At sunrise, if the conditions are utterly perfect - deep water, plenty of cleaner fish and nutrient-rich currents - you might just spot a thresher shark. For many scuba divers, encountering these shy creatures is a bucket list experience - and for good reason. Seeing a thresher shark's long, wispy tail sashay into view, along with its cartoonish big eyes, is one of the ocean's most enticing sights. However, a penchant for the deep means these elusive predators are hard to come by, although we have a few hotspots up our sleeve. If you've yet to see these long-tailed beauties, up your chances with our top ten thresher shark facts.
1. Three's Company
Within the thresher shark family (Alopiidae), there are three recognized species: the common thresher, the bigeye thresher and the pelagic thresher. While each species shares the same iconic long tail, they have slight variations in size and habitat. Take the common thresher shark, which is the largest of the three species and can grow up to 19 feet. On the flip side, pelagic threshers only reach three feet, while bigeye threshers are typically 13 feet. As for habitat, you'll only find pelagic threshers in the Indian and Pacific Oceans, while common and bigeye threshers roam the vast expanse of the world's oceans.
2. Deadly Tail Slap
The thresher sharks' most distinguishable feature, its whip-like tail, is mainly used for hunting. Also known as caudal fins, these tails measure half the length of their body and are used to stun and herd prey. With a flick of their tails, thresher sharks can create shock waves that immobilize schools of fish - their favourite dish - making them easier to catch.
3. Deep Ocean Dwellers
While thresher sharks are primarily pelagic, they breed in coastal waters. Juvenile thresher sharks will stick to these shallower, safer waters until they reach maturity, after which they will migrate to the deeper open ocean. Threshers will spend most of their lives at around 550 metres, but have been recorded reaching depths of 1,500 metres, making them one of the ocean's deepest dwellers.
4. Speed Demons
The thresher shark reigns as one of the fastest predators in the ocean, reaching impressive speeds of up to 22 miles per hour. Comparatively, great white sharks reach 15 mph, while nurse sharks cruise at a leisurely two mph. Their competitive edge comes from their extra-long trail and torpedo-shaped body, which helps them dart through the water.
5. Flying Acrobats
One of the most spectacular behaviours of thresher sharks is their ability to breach the water's surface. They use their powerful tails to propel themselves out of the water, reaching heights of up to three metres. The reason behind this behaviour is still not entirely understood, but it's believed to be related to communication, parasite removal or just for fun.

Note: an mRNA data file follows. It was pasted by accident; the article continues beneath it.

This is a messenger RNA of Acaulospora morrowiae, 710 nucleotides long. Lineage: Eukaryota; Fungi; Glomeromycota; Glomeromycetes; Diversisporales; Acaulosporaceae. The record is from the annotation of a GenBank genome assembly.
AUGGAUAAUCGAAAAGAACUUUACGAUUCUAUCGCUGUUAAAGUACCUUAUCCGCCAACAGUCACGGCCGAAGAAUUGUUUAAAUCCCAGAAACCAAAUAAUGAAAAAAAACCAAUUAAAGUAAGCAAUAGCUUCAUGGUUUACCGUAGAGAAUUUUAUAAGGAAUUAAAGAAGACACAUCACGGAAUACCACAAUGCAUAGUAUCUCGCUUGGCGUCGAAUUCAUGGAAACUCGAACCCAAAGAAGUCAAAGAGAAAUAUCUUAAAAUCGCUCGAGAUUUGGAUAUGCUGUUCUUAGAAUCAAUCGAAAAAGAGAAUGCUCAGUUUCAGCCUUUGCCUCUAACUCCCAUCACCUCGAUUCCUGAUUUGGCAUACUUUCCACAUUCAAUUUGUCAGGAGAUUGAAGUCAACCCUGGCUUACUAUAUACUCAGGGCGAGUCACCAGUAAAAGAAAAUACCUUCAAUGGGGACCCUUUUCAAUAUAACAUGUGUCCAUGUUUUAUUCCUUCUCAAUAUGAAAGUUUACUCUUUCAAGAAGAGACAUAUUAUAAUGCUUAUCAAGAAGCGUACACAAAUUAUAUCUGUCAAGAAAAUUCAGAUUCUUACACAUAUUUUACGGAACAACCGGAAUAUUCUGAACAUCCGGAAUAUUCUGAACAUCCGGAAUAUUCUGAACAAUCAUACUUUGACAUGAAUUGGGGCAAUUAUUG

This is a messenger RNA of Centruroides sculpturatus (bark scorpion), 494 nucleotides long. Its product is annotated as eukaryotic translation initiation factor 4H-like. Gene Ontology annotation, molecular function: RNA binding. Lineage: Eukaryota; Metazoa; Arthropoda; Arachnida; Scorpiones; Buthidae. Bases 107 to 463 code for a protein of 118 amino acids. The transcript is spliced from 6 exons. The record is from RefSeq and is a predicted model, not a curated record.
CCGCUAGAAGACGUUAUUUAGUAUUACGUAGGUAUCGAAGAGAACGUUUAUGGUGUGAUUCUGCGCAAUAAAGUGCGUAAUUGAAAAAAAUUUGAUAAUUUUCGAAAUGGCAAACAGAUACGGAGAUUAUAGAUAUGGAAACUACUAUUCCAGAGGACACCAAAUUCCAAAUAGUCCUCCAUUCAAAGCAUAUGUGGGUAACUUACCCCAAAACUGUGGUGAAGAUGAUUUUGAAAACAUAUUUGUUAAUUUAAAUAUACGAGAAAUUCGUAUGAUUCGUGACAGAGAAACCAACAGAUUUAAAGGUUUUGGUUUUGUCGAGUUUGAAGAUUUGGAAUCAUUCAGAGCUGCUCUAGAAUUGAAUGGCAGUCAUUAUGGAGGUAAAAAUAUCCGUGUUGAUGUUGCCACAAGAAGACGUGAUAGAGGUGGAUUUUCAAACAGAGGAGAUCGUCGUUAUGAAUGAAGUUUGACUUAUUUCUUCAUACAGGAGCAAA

6. Warm-Blooded Adaptation
Unlike most other sharks, thresher sharks have a unique adaptation called regional endothermy, allowing them to maintain their body temperature above that of the surrounding water in certain areas. This allows them to venture into cooler waters and chase prey at varying depths.
7. Mysterious Migrations
Thresher sharks have a mysterious migratory pattern that continues to puzzle researchers. While some individuals may be more sedentary, others embark on incredible journeys across vast oceanic distances. The reasons behind these migrations and their destination points are still not fully understood.
8. Conservation Concerns
Like many other shark species, thresher sharks face significant conservation challenges due to overfishing and bycatch. Their slow reproductive rates make them particularly vulnerable, underscoring the need for responsible fishing practices and marine conservation efforts.
9. Diving with Thresher Sharks: Monad Shoal, Cebu, Philippines
Monad Shoal is an underwater island found off Malapascua Island in Cebu, Philippines. This site is also the only place in the world where pelagic thresher sharks can be seen every day. Also known as Shark Point, Monad Shoals acts as a cleaning station and features a sunken coral plateau 20 metres deep with a 200-metre drop-off. Bonus thresher shark fact: this is a dawn dive at around 6am, so fuel up on coffee! For the best thresher shark interactions, aim to dive Monad Shoal over a few days.
10. Diving with Thresher Sharks: The Plateau, Fuvahmulah Atoll, Maldives
Located in the deep south of the Maldives, few venture to the Fuvahmulah Atoll. However, those who make the voyage south will be rewarded with one of the sharkiest dives in the Maldives. The Plateau, on the south side of Fuvahmulah island, acts as a pelagic pit stop and cleaning station in the open ocean, attracting a whopping seven species of shark, including threshers. The site reaches a maximum depth of 30 metres, which, coupled with strong currents, means it's only suited to advanced divers.